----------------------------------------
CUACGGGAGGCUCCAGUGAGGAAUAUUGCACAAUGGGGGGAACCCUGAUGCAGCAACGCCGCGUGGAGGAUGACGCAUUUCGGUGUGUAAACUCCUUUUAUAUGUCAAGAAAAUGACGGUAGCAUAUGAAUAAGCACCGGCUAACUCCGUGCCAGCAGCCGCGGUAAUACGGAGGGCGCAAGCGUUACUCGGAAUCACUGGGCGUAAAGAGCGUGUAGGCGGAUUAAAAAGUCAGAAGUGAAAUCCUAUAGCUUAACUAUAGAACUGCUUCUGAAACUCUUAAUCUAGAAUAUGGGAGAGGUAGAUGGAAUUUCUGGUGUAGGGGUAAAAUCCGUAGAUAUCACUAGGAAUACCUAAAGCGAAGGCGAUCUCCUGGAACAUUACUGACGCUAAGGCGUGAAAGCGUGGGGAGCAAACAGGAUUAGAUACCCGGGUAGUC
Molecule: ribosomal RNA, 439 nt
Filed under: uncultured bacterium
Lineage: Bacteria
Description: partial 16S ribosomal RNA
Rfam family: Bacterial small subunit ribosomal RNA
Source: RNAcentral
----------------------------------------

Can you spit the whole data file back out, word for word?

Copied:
CUACGGGAGGCUCCAGUGAGGAAUAUUGCACAAUGGGGGGAACCCUGAUGCAGCAACGCCGCGUGGAGGAUGACGCAUUUCGGUGUGUAAACUCCUUUUAUAUGUCAAGAAAAUGACGGUAGCAUAUGAAUAAGCACCGGCUAACUCCGUGCCAGCAGCCGCGGUAAUACGGAGGGCGCAAGCGUUACUCGGAAUCACUGGGCGUAAAGAGCGUGUAGGCGGAUUAAAAAGUCAGAAGUGAAAUCCUAUAGCUUAACUAUAGAACUGCUUCUGAAACUCUUAAUCUAGAAUAUGGGAGAGGUAGAUGGAAUUUCUGGUGUAGGGGUAAAAUCCGUAGAUAUCACUAGGAAUACCUAAAGCGAAGGCGAUCUCCUGGAACAUUACUGACGCUAAGGCGUGAAAGCGUGGGGAGCAAACAGGAUUAGAUACCCGGGUAGUC
Molecule: ribosomal RNA, 439 nt
Filed under: uncultured bacterium
Lineage: Bacteria
Description: partial 16S ribosomal RNA
Rfam family: Bacterial small subunit ribosomal RNA
Source: RNAcentral